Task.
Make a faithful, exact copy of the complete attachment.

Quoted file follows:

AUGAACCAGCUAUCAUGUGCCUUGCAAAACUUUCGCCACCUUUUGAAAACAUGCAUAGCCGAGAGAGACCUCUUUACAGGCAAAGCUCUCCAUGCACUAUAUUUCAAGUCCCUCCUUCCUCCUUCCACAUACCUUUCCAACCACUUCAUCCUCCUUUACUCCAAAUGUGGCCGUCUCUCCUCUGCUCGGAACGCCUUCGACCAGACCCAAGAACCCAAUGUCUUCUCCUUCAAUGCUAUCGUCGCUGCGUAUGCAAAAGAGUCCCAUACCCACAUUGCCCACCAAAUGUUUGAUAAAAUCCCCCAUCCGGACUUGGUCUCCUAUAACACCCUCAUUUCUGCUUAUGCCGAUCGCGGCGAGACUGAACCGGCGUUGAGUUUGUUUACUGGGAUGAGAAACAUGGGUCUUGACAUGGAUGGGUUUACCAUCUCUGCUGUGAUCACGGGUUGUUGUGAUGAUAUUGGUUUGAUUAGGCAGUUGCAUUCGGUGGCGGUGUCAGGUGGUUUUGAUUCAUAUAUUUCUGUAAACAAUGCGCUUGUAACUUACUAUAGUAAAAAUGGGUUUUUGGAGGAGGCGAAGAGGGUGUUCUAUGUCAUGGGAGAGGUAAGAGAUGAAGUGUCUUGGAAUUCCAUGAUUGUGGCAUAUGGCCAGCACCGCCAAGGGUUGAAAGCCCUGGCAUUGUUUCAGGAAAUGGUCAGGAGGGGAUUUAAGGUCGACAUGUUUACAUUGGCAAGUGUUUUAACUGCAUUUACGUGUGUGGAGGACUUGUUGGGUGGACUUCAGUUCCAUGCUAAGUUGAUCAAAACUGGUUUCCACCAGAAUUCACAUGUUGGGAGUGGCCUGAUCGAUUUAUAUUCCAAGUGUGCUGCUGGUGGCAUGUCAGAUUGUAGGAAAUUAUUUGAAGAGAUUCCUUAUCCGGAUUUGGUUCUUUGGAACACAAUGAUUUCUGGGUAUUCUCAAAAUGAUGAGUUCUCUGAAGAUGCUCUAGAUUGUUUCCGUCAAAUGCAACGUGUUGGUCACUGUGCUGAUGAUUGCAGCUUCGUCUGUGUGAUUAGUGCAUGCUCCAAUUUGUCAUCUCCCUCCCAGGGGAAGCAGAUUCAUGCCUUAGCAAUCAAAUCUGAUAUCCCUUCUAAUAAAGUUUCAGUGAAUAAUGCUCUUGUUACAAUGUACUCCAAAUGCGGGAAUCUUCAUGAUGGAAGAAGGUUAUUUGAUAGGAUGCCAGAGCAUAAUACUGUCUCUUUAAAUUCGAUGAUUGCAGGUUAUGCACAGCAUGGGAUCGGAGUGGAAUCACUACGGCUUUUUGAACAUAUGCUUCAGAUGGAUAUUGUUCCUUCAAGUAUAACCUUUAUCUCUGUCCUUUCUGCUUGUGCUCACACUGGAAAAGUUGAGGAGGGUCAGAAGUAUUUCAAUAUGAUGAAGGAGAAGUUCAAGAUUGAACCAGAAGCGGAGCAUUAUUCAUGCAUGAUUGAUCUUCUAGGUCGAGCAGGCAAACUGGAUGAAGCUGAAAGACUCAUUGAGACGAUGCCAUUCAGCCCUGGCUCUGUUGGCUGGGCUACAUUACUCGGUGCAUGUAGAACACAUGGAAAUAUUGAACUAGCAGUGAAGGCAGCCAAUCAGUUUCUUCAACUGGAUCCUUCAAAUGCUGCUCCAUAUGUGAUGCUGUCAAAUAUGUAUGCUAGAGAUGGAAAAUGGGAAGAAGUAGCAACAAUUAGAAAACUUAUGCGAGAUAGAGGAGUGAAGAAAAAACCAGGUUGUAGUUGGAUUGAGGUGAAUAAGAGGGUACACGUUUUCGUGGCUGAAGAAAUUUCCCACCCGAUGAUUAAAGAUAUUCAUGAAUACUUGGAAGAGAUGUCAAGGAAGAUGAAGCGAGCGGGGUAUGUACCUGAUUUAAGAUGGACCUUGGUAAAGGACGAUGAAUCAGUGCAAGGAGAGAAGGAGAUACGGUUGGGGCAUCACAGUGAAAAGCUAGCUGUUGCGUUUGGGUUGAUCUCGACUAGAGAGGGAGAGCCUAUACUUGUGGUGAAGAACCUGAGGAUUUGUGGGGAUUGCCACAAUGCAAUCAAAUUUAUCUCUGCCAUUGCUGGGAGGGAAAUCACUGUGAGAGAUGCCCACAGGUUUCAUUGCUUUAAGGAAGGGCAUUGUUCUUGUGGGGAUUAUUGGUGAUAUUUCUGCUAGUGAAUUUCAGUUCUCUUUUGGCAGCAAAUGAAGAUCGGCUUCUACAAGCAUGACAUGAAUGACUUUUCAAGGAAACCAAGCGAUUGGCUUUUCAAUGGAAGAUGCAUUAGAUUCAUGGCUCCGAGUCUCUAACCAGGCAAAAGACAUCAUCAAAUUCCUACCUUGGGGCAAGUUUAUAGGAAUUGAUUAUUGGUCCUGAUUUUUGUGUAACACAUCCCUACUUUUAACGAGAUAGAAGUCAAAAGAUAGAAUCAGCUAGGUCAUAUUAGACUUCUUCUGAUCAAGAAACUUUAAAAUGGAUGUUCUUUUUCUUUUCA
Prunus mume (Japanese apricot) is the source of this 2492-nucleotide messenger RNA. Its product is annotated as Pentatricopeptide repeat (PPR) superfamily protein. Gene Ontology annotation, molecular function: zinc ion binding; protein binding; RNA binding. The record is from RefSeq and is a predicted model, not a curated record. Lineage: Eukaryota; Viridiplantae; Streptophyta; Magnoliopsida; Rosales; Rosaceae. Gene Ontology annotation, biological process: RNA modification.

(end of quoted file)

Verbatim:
AUGAACCAGCUAUCAUGUGCCUUGCAAAACUUUCGCCACCUUUUGAAAACAUGCAUAGCCGAGAGAGACCUCUUUACAGGCAAAGCUCUCCAUGCACUAUAUUUCAAGUCCCUCCUUCCUCCUUCCACAUACCUUUCCAACCACUUCAUCCUCCUUUACUCCAAAUGUGGCCGUCUCUCCUCUGCUCGGAACGCCUUCGACCAGACCCAAGAACCCAAUGUCUUCUCCUUCAAUGCUAUCGUCGCUGCGUAUGCAAAAGAGUCCCAUACCCACAUUGCCCACCAAAUGUUUGAUAAAAUCCCCCAUCCGGACUUGGUCUCCUAUAACACCCUCAUUUCUGCUUAUGCCGAUCGCGGCGAGACUGAACCGGCGUUGAGUUUGUUUACUGGGAUGAGAAACAUGGGUCUUGACAUGGAUGGGUUUACCAUCUCUGCUGUGAUCACGGGUUGUUGUGAUGAUAUUGGUUUGAUUAGGCAGUUGCAUUCGGUGGCGGUGUCAGGUGGUUUUGAUUCAUAUAUUUCUGUAAACAAUGCGCUUGUAACUUACUAUAGUAAAAAUGGGUUUUUGGAGGAGGCGAAGAGGGUGUUCUAUGUCAUGGGAGAGGUAAGAGAUGAAGUGUCUUGGAAUUCCAUGAUUGUGGCAUAUGGCCAGCACCGCCAAGGGUUGAAAGCCCUGGCAUUGUUUCAGGAAAUGGUCAGGAGGGGAUUUAAGGUCGACAUGUUUACAUUGGCAAGUGUUUUAACUGCAUUUACGUGUGUGGAGGACUUGUUGGGUGGACUUCAGUUCCAUGCUAAGUUGAUCAAAACUGGUUUCCACCAGAAUUCACAUGUUGGGAGUGGCCUGAUCGAUUUAUAUUCCAAGUGUGCUGCUGGUGGCAUGUCAGAUUGUAGGAAAUUAUUUGAAGAGAUUCCUUAUCCGGAUUUGGUUCUUUGGAACACAAUGAUUUCUGGGUAUUCUCAAAAUGAUGAGUUCUCUGAAGAUGCUCUAGAUUGUUUCCGUCAAAUGCAACGUGUUGGUCACUGUGCUGAUGAUUGCAGCUUCGUCUGUGUGAUUAGUGCAUGCUCCAAUUUGUCAUCUCCCUCCCAGGGGAAGCAGAUUCAUGCCUUAGCAAUCAAAUCUGAUAUCCCUUCUAAUAAAGUUUCAGUGAAUAAUGCUCUUGUUACAAUGUACUCCAAAUGCGGGAAUCUUCAUGAUGGAAGAAGGUUAUUUGAUAGGAUGCCAGAGCAUAAUACUGUCUCUUUAAAUUCGAUGAUUGCAGGUUAUGCACAGCAUGGGAUCGGAGUGGAAUCACUACGGCUUUUUGAACAUAUGCUUCAGAUGGAUAUUGUUCCUUCAAGUAUAACCUUUAUCUCUGUCCUUUCUGCUUGUGCUCACACUGGAAAAGUUGAGGAGGGUCAGAAGUAUUUCAAUAUGAUGAAGGAGAAGUUCAAGAUUGAACCAGAAGCGGAGCAUUAUUCAUGCAUGAUUGAUCUUCUAGGUCGAGCAGGCAAACUGGAUGAAGCUGAAAGACUCAUUGAGACGAUGCCAUUCAGCCCUGGCUCUGUUGGCUGGGCUACAUUACUCGGUGCAUGUAGAACACAUGGAAAUAUUGAACUAGCAGUGAAGGCAGCCAAUCAGUUUCUUCAACUGGAUCCUUCAAAUGCUGCUCCAUAUGUGAUGCUGUCAAAUAUGUAUGCUAGAGAUGGAAAAUGGGAAGAAGUAGCAACAAUUAGAAAACUUAUGCGAGAUAGAGGAGUGAAGAAAAAACCAGGUUGUAGUUGGAUUGAGGUGAAUAAGAGGGUACACGUUUUCGUGGCUGAAGAAAUUUCCCACCCGAUGAUUAAAGAUAUUCAUGAAUACUUGGAAGAGAUGUCAAGGAAGAUGAAGCGAGCGGGGUAUGUACCUGAUUUAAGAUGGACCUUGGUAAAGGACGAUGAAUCAGUGCAAGGAGAGAAGGAGAUACGGUUGGGGCAUCACAGUGAAAAGCUAGCUGUUGCGUUUGGGUUGAUCUCGACUAGAGAGGGAGAGCCUAUACUUGUGGUGAAGAACCUGAGGAUUUGUGGGGAUUGCCACAAUGCAAUCAAAUUUAUCUCUGCCAUUGCUGGGAGGGAAAUCACUGUGAGAGAUGCCCACAGGUUUCAUUGCUUUAAGGAAGGGCAUUGUUCUUGUGGGGAUUAUUGGUGAUAUUUCUGCUAGUGAAUUUCAGUUCUCUUUUGGCAGCAAAUGAAGAUCGGCUUCUACAAGCAUGACAUGAAUGACUUUUCAAGGAAACCAAGCGAUUGGCUUUUCAAUGGAAGAUGCAUUAGAUUCAUGGCUCCGAGUCUCUAACCAGGCAAAAGACAUCAUCAAAUUCCUACCUUGGGGCAAGUUUAUAGGAAUUGAUUAUUGGUCCUGAUUUUUGUGUAACACAUCCCUACUUUUAACGAGAUAGAAGUCAAAAGAUAGAAUCAGCUAGGUCAUAUUAGACUUCUUCUGAUCAAGAAACUUUAAAAUGGAUGUUCUUUUUCUUUUCA
Prunus mume (Japanese apricot) is the source of this 2492-nucleotide messenger RNA. Its product is annotated as Pentatricopeptide repeat (PPR) superfamily protein. Gene Ontology annotation, molecular function: zinc ion binding; protein binding; RNA binding. The record is from RefSeq and is a predicted model, not a curated record. Lineage: Eukaryota; Viridiplantae; Streptophyta; Magnoliopsida; Rosales; Rosaceae. Gene Ontology annotation, biological process: RNA modification.